21st: “Myst” partnership is riven

Rand and Robyn Miller, the brothers who created the world's most popular computer games go their separate ways.

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Rand and Robyn Miller — the brothers who created the beloved worlds of “Myst” and “Riven” — have decided to end their formal working partnership. The move means that the most successful computer game development partnership in the history of the medium is over.

For the first time, Rand Miller confirmed in London last week that his younger brother, Robyn, has left their company, Cyan, to “design new worlds.” Cyan, the Millers’ game development firm in Spokane, Wash., will continue under Rand’s solo leadership. Richard Vander Wende, the third part of the creative team that produced Cyan’s current hit, “Riven,” will also move on to new projects outside of Cyan, according to Rand Miller.

The break-up — amicable, according to all parties, unlike the fraternal division that lay at the heart of “Myst” itself — comes as the Miller brothers dominate the game charts with both the 5-year-old “Myst” and its long-awaited sequel, “Riven.” “Myst” has sold more than 4 million copies since the adventure/exploration game was first released on CD-ROM in 1993. In a feat yet to be matched in the fast and furious games market, “Myst” reached a mass audience (a third of them women) rather than a niche enclave of teen gamers. The Millers became digital celebrities and earned that early-’90s badge of hipness, an appearance in a Gap ad.

In the five years since its release, “Myst” has never fallen off the lists of the 10 top-selling CD-ROM games — and once again led in sales last week, according to PC Data. And despite its late-in-the-year October release, “Riven” was the top-selling game for 1997; it has now sold close to 1.5 million copies.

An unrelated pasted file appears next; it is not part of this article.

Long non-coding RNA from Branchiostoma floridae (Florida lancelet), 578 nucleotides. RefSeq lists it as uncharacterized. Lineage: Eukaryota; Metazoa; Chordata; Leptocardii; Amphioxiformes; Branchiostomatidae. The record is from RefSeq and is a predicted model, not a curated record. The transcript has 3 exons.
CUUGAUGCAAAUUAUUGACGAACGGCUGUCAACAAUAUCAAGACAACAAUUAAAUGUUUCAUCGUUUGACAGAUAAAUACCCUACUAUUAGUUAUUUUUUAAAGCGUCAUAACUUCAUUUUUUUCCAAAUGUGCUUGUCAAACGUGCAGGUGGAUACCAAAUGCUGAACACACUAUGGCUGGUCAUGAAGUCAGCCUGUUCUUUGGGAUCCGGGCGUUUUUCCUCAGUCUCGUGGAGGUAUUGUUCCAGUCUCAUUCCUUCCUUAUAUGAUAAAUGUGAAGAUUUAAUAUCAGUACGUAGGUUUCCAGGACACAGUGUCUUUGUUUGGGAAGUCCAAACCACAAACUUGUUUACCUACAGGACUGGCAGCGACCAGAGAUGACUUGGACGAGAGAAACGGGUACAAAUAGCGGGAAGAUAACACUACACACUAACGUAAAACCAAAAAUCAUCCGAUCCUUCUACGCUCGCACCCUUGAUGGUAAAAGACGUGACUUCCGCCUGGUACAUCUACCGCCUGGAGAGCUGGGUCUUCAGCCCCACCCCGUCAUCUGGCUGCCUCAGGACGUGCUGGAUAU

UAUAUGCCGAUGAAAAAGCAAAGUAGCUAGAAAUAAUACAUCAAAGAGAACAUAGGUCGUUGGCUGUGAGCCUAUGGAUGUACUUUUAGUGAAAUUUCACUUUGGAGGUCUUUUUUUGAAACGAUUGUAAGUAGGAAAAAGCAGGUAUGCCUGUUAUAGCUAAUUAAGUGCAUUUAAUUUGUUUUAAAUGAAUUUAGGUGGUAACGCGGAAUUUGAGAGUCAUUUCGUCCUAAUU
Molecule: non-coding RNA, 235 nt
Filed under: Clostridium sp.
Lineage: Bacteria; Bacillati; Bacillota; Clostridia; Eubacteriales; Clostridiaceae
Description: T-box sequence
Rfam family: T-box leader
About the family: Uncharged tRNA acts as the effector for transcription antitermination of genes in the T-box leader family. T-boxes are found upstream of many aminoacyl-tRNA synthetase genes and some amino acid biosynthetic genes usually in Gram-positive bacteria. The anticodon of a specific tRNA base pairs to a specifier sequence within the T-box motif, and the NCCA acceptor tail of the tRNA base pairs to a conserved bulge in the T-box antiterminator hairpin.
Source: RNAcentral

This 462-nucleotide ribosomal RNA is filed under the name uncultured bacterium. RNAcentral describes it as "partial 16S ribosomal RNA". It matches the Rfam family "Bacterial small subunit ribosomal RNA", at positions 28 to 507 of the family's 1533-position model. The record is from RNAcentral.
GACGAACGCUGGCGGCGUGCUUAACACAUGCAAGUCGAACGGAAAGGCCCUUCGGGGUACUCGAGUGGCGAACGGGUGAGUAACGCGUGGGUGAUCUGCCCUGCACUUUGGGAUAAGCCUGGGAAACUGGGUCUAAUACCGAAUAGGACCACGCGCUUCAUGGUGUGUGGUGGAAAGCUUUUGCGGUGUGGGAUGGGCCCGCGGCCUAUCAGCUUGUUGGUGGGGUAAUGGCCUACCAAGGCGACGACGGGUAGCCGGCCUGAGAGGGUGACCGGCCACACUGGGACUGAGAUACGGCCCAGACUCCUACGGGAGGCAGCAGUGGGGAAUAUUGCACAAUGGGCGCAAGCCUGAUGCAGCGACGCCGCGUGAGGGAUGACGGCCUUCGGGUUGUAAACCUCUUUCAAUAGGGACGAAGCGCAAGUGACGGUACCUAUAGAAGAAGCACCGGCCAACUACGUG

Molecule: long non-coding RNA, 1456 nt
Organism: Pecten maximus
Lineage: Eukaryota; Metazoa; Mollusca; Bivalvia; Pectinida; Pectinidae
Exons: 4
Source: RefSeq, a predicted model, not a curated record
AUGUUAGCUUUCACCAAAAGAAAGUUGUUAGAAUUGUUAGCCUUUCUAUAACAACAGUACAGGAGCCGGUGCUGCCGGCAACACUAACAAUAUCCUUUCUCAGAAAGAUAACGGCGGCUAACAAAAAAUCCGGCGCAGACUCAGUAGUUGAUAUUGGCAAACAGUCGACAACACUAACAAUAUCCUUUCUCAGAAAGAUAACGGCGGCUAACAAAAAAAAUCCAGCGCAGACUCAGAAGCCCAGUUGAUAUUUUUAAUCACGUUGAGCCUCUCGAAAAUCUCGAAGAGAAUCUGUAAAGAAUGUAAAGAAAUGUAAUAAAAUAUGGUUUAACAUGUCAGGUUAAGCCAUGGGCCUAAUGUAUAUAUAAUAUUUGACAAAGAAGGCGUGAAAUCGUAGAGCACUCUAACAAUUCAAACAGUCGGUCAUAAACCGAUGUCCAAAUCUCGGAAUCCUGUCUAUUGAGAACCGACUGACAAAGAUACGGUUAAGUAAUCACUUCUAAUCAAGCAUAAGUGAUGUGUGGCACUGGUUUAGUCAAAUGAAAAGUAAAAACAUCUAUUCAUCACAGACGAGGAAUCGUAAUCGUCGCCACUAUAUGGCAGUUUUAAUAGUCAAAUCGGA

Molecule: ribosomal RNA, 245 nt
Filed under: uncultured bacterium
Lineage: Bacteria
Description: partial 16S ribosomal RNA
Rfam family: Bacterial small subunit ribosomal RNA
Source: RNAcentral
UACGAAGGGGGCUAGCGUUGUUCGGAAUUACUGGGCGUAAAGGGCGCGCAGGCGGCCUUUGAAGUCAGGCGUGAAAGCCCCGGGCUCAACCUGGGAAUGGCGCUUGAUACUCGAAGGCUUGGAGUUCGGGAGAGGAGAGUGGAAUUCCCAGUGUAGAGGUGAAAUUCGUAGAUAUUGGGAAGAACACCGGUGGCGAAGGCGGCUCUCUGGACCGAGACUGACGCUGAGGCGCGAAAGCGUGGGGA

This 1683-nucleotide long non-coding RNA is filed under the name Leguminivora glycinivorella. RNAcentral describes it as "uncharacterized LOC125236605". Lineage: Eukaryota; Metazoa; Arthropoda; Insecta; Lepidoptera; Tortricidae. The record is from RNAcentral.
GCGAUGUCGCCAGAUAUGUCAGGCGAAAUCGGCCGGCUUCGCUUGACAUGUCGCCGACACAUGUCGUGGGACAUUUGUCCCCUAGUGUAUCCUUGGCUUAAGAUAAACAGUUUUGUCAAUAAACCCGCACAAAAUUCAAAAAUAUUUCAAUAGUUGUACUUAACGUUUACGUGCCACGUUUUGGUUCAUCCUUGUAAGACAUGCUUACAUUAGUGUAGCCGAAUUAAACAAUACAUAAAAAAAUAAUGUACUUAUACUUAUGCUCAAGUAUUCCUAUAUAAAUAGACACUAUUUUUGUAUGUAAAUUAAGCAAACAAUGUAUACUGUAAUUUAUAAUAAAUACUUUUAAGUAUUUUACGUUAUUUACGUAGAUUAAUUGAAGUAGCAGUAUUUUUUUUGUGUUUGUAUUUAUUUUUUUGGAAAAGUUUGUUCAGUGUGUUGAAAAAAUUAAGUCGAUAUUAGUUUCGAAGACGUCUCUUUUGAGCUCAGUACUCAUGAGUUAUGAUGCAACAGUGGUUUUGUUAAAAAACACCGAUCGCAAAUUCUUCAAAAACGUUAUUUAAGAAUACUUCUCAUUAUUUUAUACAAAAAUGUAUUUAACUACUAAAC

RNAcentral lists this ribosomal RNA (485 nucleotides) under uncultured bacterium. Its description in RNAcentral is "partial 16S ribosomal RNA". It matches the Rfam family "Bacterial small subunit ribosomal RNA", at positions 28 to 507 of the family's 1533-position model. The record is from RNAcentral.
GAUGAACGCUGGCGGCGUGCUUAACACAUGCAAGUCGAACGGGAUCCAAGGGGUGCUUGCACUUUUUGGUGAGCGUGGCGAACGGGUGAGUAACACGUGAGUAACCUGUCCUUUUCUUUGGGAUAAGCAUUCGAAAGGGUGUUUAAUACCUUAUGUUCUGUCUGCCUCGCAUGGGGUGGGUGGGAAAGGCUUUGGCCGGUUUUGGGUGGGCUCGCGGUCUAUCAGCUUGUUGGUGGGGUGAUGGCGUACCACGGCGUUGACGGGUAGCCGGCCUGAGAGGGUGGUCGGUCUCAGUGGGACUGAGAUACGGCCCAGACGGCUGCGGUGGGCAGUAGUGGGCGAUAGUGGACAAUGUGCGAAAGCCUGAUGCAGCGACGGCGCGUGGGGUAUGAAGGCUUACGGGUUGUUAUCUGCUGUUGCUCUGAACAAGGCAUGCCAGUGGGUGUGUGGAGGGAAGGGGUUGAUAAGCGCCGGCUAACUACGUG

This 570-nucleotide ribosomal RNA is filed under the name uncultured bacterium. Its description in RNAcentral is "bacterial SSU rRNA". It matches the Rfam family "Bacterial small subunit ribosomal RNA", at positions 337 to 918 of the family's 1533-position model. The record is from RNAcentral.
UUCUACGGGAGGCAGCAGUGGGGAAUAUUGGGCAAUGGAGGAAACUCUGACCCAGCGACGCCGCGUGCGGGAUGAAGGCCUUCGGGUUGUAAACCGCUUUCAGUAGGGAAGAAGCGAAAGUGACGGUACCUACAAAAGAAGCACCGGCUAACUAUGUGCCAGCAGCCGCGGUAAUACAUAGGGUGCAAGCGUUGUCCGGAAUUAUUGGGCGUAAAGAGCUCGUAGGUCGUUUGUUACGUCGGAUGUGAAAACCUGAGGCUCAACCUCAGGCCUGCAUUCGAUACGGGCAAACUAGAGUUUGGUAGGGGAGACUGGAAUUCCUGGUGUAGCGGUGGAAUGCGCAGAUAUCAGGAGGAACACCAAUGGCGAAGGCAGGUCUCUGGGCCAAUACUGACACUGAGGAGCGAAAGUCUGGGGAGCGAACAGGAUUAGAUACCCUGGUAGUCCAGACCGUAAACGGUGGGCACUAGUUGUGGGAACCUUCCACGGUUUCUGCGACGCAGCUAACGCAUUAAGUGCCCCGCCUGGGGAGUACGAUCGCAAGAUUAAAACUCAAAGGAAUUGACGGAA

So it’s not just the fans who will be disappointed by the news of the Millers’ split. Brvderbund, which published both of their games, has relied heavily on the Miller brothers’ oeuvre to pump up sliding profits.

In London to promote the release of “Riven” for the Sony PlayStation, Rand Miller emphasized that the brothers’ dissolution of their partnership was a friendly affair. “There’ve been crazy rumors that have gone around, that Robyn and Rand have fallen out,” he sighs. In fact, he says, Robyn has left to work on plans for a film: “He’s the visionary, he’s dying to get on to the next thing.” Rand, on the other hand, will at least initially concentrate on refocusing Cyan as the headquarters for a “Myst”/”Riven” product franchise: “Somebody’s got to mind the store, for lack of a better term, or do a more contained next thing.”



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Robyn Miller confirmed the news in an e-mail: “I am, indeed, ‘off making worlds.’ Really, though, the worlds are just a vehicle for something I’m far more interested in: stories. Having never really taken an opportunity to test myself (and express myself) in a more linear medium, I’m anxious to finally go that route and see what happens. Rand and I agreed that this would not be best achieved within the walls of Cyan, which is, at its core, an interactive company. So, because of that, and because of some of the obvious risk associated with what I’m doing, we agreed that my work should be a bit more independent.”

Robyn says he is actively developing two movies. Are they related to the “Myst” and “Riven” universes? Nope. According to Robyn, “The only thing these projects may have in common with ‘Myst’ or ‘Riven’ is that at their core will be completely developed worlds, with histories, cultures, geologies, societies and on and on.”